In 1918, an irate landowner in Glacier National Park complained to a park ranger that a bear had devoured the contents of his outdoor meat safe, demanding that officials adopt a more aggressive approach to their bear management policies.
Writing that he was “aware that it is the policy of the Park Government that these dangerous animals have the absolute freedom of the Park and that they go unmolested and unharmed,” according to an Aug. 23, 1918 letter to park rangers, the property owner suggested that “the policy should be to shoot these animals whenever they appear in the vicinity of hotels, private residences or camps.”
Similar attitudes toward bear management persisted through the decades in some segments of society, but bears have since become highly valued as an important cultural and ecological species, and Glacier’s bear management program has evolved to reflect the increased awareness.
Management has shifted from removing problem animals to preventing problem bear behavior by modifying human behavior and preventing conflict, while mounting a growing body of science and research to inform management practices.
But it wasn’t always so.
In a 1998 study by Steve Gniadek, a biologist who worked in Glacier for 32 years, and Kate Kendall, a U.S. Geological Survey scientist who laid the groundwork for modern grizzly bear population studies in Northwest Montana, the researchers tracked the evolution of bear management in the park from 1960 to 1994, identifying what worked and what didn’t.
By 1960, the National Park Service had launched its first Bear Management Program, an effort designed to reduce the number of bear-caused human injuries and property destruction, as well as to reestablish bears to a natural state in national parks. Its guidelines were to increase visitor education about bear behavior, proper storage of food, garbage and other attractants; strictly enforce regulations that prohibited the feeding of bears; and remove potentially hazardous food-conditioned bears.
In Glacier, implementation of the new management plan also began with a directive: “When a grizzly bear appears in any area of visitor use, it will be immediately destroyed by a park ranger,” according to a 1960 memorandum.
“However, efforts were relatively ineffectual in making human food and garbage unavailable to bears,” according to the report by Gniadek and Kendall.
By 1967, those ineffectual efforts combined in a perfect storm on Aug. 13, when two young women were fatally mauled by food-conditioned grizzly bears in separate incidents on opposite sides of the Continental Divide, a tragedy remembered as “Night of the Grizzlies.”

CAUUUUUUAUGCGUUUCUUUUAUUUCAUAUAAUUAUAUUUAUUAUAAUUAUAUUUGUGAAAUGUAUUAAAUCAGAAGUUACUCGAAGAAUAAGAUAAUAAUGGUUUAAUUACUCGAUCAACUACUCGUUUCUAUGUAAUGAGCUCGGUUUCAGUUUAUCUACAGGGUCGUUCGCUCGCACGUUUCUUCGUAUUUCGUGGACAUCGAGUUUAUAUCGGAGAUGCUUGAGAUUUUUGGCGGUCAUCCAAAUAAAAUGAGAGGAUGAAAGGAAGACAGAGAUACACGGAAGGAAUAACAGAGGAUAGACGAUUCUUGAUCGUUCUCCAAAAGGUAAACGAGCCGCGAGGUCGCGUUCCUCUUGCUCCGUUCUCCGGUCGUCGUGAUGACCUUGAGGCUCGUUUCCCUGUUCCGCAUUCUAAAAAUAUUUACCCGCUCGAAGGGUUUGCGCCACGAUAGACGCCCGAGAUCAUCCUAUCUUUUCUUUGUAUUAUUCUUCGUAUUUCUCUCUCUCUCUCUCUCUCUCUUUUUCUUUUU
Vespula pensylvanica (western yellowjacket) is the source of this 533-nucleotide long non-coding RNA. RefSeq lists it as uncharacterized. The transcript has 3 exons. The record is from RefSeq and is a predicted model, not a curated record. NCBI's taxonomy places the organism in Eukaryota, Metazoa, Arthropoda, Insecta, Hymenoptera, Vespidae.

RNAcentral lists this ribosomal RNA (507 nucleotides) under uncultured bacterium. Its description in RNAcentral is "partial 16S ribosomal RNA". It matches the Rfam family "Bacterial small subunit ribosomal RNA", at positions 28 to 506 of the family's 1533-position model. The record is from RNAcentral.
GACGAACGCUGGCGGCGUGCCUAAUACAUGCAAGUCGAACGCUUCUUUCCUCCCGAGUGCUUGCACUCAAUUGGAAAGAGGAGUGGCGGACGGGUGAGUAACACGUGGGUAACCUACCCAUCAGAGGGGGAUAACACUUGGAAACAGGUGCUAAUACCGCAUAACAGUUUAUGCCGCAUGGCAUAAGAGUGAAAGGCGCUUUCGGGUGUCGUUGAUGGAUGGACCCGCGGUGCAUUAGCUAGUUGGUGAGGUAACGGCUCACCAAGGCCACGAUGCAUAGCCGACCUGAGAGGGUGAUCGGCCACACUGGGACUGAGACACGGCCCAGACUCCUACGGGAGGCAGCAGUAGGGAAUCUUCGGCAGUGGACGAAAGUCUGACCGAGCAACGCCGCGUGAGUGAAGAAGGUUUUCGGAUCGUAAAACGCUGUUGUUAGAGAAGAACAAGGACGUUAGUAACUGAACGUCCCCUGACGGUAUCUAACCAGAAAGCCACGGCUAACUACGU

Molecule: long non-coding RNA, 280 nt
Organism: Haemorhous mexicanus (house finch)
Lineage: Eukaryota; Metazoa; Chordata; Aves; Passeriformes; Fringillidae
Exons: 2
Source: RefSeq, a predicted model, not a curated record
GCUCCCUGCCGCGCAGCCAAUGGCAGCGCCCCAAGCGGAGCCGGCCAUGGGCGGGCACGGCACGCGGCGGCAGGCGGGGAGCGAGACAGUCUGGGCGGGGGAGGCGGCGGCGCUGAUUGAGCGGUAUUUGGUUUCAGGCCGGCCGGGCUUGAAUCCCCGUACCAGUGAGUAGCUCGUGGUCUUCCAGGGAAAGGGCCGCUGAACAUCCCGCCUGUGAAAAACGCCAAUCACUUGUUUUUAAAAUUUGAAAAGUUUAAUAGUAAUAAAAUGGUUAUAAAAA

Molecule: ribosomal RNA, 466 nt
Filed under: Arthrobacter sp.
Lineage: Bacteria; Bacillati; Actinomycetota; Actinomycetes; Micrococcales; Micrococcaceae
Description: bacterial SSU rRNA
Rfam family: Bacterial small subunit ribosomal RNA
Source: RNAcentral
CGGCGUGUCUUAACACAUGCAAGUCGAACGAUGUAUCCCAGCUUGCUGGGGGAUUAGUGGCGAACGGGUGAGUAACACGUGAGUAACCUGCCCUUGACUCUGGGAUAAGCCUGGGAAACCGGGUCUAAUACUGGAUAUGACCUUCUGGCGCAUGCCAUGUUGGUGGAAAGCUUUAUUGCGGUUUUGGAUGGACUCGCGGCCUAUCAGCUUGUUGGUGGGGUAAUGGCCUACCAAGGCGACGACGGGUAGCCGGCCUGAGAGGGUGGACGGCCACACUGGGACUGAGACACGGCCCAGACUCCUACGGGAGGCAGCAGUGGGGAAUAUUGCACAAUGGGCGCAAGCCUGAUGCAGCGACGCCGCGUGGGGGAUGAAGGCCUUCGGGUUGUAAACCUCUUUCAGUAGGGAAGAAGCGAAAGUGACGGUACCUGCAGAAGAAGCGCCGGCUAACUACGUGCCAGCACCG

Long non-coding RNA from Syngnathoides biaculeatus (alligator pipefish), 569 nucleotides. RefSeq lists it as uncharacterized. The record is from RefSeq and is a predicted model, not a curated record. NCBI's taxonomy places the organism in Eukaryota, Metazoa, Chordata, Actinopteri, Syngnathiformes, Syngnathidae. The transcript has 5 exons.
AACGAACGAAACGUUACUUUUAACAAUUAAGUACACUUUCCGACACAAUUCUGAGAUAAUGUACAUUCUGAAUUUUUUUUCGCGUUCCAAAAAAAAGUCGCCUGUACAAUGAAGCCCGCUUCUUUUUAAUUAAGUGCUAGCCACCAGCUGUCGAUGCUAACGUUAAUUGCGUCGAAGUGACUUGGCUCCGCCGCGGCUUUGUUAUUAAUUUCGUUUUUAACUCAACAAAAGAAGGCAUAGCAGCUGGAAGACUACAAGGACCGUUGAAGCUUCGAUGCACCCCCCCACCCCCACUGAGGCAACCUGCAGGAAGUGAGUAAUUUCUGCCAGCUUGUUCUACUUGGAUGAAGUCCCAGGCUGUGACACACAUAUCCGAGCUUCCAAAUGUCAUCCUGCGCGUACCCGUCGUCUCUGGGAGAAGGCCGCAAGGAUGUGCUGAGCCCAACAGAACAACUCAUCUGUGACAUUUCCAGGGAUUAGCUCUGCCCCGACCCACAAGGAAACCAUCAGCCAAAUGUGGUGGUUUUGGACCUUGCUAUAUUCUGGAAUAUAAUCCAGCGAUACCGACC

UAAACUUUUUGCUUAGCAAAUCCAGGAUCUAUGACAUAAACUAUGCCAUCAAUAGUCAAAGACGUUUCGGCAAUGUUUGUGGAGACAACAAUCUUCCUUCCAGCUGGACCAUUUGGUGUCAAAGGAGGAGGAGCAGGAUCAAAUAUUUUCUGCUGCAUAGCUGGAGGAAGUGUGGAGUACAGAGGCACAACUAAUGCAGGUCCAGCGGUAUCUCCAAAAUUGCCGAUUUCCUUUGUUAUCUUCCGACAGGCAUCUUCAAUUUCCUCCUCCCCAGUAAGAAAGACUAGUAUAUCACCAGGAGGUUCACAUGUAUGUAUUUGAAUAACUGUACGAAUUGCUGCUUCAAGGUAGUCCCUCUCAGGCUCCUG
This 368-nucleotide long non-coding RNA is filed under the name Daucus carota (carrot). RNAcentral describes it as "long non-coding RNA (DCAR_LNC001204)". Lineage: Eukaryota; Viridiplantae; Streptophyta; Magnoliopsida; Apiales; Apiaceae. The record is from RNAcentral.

The following year, Glacier responded by implementing its own bear management plan, a one-page document thought now to be woefully inadequate, but which has since been informed by a wealth of scientific research.
But even as the park successfully reduced grizzlies’ access to human food and garbage, bear-caused injuries to humans continued as both park visitation and bear populations increased, mostly due to surprise encounters.
Although Glacier officials didn’t pivot away from their focus on visitor education and reducing the availability of human food and garbage, the park began a more comprehensive effort to monitor and research bear activity in the park and beyond.
The park’s first bear biologist, Cliff Martinka, began researching grizzlies in earnest, and eventually developed one of the most sophisticated park-based science programs in the country, adding renowned scientists who embarked on influential projects.
Kendall is best known for her pioneering work in grizzly bear DNA research, and worked at the vanguard of grizzly bear population studies in Northwest Montana, helping to introduce non-invasive research techniques and inform wildlife management in a field that, until recently, lacked strong data.
In 2004, Kendall used a non-invasive bear-hair collection research method to estimate the number of grizzly bears roaming Montana’s Northern Divide Ecosystem (NCDE), an 8 million-acre study area that encompasses Glacier National Park and the Bob Marshall Wilderness complex, and which is one of the last strongholds of grizzly bears in the Lower 48 states.
That study relied on 34,000 fur samples to parse out an estimated 765 individual grizzlies in the ecosystem — more than two times the previous estimates. The current estimates put the NCDE population at between 900 and 1,000 bears.
As agencies strive to recover the species, which the U.S. Fish and Wildlife Service listed as threatened in 1975, Kendall recognized early on the need to assess population size, trends and survival rates, and to identify corridors that link segregated populations.
Portending the important role that research and monitoring would serve in suffusing the future of bear management in Glacier with hard data, the nearly 20-year-old report on the history of bear management concludes: “It will be a continuing challenge to meet the needs of both people and bears. Continued well-conceived and integrated research efforts to improve the knowledge of grizzly bear ecology, population trends, the role of habituation in bear-human interactions is crucial if these challenges are to be met.”
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